Who Else Wants to Feel More Gratitude?

Photo: Chris Buecheler

 “Gratitude unlocks the fullness of life. It turns what we have into enough, and more. It turns denial into acceptance, chaos to order, confusion to clarity. It can turn a meal into a feast, a house into a home, a stranger into a friend.” – Melody Beattie

 

As we head toward the New Year, many of us get focused on how what we want is different from what we have. We want to be slimmer and healthier. We want to have more money and better relationships. We want more time with our children and more satisfaction at work. We want to learn how to salsa and travel to Paris.

 

We focus on the future and put new bright, shiny possessions into it. We concentrate on all the wonderful things we’ll do, accomplish and contribute. And we fixate on becoming an improved version of ourselves: kinder, more aware, and super productive with better habits and sunnier dispositions.

 

But what about now? What about who we are now, what we’re able to do now, and what we have now? Many of us either ignore it or label it as “not as good” as what we want.

But over the past few years, there’s been some interesting research indicating that the more grateful we are for what we’ve got, the more we get of what we want.

 

Two psychologists have done a lot of research on gratitude and its effects, Dr. Robert A. Emmons from the University of California, Davis, and Dr. Michael E. McCullough of the University of Miami. They asked three groups to write a few sentences each week. Group A wrote about things that had happened during the week that they were grateful for. Group B wrote about things that had irritated them or that they didn’t like form the week. Group C just wrote about whatever they wanted.

 

After 10 weeks, Group A (who wrote about gratitude) self-reported that they felt more optimistic and better about their lives. They also exercised more and had fewer visits to physicians than those who focused on irritations and what they didn’t want in their lives.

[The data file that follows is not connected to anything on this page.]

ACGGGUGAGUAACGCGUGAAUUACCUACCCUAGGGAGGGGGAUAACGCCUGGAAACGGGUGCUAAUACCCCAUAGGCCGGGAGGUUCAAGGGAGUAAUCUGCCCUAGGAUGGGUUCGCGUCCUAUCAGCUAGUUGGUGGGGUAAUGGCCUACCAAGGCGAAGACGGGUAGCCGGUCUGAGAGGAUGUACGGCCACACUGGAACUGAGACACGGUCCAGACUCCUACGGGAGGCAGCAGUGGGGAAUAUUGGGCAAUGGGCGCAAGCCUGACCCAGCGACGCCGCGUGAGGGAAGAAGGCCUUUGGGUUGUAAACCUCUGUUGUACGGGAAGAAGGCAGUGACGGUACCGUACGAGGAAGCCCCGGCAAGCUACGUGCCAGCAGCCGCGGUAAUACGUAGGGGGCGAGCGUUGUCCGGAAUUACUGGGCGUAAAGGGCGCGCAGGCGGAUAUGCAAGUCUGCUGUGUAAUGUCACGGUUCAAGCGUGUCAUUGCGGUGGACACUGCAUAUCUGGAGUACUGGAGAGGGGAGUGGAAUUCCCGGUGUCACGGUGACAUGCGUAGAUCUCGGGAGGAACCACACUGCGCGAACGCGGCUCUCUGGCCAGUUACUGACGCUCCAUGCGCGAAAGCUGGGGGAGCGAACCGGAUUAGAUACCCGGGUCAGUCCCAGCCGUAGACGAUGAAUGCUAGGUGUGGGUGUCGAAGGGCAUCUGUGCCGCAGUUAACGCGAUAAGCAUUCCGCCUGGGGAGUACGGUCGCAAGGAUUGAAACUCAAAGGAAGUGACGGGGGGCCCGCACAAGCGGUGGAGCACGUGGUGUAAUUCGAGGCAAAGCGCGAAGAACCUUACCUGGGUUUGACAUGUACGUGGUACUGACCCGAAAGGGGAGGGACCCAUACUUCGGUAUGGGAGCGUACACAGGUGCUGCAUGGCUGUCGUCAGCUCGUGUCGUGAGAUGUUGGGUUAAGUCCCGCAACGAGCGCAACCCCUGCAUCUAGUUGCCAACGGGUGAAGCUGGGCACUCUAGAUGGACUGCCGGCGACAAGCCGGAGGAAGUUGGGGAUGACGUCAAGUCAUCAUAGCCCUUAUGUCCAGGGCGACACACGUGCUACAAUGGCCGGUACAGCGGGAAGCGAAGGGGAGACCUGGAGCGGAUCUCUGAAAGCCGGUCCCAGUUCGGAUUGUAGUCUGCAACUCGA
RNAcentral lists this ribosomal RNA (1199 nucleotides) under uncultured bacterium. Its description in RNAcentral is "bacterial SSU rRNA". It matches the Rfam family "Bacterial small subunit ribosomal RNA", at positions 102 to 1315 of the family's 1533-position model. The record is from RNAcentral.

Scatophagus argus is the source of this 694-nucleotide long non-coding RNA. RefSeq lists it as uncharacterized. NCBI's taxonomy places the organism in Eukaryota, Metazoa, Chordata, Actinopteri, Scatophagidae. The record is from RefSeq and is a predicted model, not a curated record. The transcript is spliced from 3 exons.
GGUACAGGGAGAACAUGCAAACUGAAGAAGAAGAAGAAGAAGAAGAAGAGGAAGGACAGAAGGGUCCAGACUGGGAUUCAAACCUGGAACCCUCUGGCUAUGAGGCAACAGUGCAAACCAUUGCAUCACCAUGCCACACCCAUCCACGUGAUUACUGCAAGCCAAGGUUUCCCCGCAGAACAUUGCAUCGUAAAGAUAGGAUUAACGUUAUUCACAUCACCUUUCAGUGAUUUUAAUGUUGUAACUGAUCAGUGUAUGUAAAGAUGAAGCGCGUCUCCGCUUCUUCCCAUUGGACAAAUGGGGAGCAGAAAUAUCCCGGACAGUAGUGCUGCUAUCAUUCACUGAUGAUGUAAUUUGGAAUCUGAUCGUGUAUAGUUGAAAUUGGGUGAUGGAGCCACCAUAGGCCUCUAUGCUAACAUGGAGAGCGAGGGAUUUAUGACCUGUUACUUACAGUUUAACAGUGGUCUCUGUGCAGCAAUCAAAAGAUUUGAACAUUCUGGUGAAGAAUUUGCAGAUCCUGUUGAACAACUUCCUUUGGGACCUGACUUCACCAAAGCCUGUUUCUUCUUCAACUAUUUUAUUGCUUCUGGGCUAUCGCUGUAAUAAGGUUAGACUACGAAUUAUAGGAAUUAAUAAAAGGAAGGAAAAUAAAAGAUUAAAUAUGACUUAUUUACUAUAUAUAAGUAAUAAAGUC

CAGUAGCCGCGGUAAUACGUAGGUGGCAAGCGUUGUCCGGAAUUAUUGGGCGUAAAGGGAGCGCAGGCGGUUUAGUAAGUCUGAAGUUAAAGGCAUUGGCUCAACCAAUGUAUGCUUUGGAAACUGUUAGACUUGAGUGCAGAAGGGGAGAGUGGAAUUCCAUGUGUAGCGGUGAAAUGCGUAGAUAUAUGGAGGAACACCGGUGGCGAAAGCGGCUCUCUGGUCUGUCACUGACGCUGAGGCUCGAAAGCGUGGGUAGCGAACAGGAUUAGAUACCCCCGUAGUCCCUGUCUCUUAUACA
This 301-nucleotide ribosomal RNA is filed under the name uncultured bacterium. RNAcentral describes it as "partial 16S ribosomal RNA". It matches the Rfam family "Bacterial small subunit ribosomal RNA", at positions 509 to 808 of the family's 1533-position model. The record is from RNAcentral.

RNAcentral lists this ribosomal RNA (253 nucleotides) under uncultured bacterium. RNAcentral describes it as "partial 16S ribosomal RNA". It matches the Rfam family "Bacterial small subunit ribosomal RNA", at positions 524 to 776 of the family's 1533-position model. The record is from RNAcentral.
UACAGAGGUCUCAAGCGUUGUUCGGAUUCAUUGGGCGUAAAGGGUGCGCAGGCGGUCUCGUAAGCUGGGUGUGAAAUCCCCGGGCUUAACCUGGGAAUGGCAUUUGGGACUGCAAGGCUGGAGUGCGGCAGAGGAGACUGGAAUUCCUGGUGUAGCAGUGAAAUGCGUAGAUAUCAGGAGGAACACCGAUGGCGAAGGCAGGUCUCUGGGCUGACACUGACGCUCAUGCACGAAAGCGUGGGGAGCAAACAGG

Dr. Martin E. P. Seligman, a psychologist at the University of Pennsylvania, tested various psychology interventions on over 400 people. In the week when they were instructed to write and deliver a letter of gratitude to someone who had never been properly thanked for a kindness, the participants immediately exhibited a huge increase in happiness scores, a much greater impact than any other intervention. The benefits lasted for at least a month.

 

Higher scores on a happiness test is nice, but does that have anything to do with achieving our goals for the future?

 

Researchers reviewed 255 studies about life success and happiness in over 275,000 people a few years ago which was published in Psychological Bulletin. They found that happier people tested higher in characteristics that lead to enhanced success such as a positive perception of themselves and others, creativity, highly social behavior,  a strong immune system, and effective coping skills. They also reported that happiness led to success rather than the other way around!

 

This makes sense from an energy perspective as well. Like attracts like, right? Most of us know that if you focus on what you do not have and what you do not want, you exude an energy of lack and disappointment. Not good. But as you focus on your bright future, are you unconsciously belittling where and who you are now? Is there an implied “not good enough” in the way you feel about your current situation?

 

I invite you to experiment with a daily gratitude practice, similar to the one the researchers used: Sit down for 5 – 10 minutes a day and think about an area in which you have goals. Instead of writing about the goal, write with gratitude about that area as it is now. For example, if your goal is more income, write in gratitude about the income you currently have or your ability to make income (however slight it might be at this time). If health is your goal, write about the ways in which you are healthy. Are you able to breathe? Walk? Swallow? As you do this for a few days, notice how your overall attitude shifts to be more positive — and along with it, how your ability to pursue the future improves.

 

Gratitude is a choice. Allow yourself to make that choice and feel gratitude for even the smallest aspects of your current life.

 

Mahalo,
Dr. Matt

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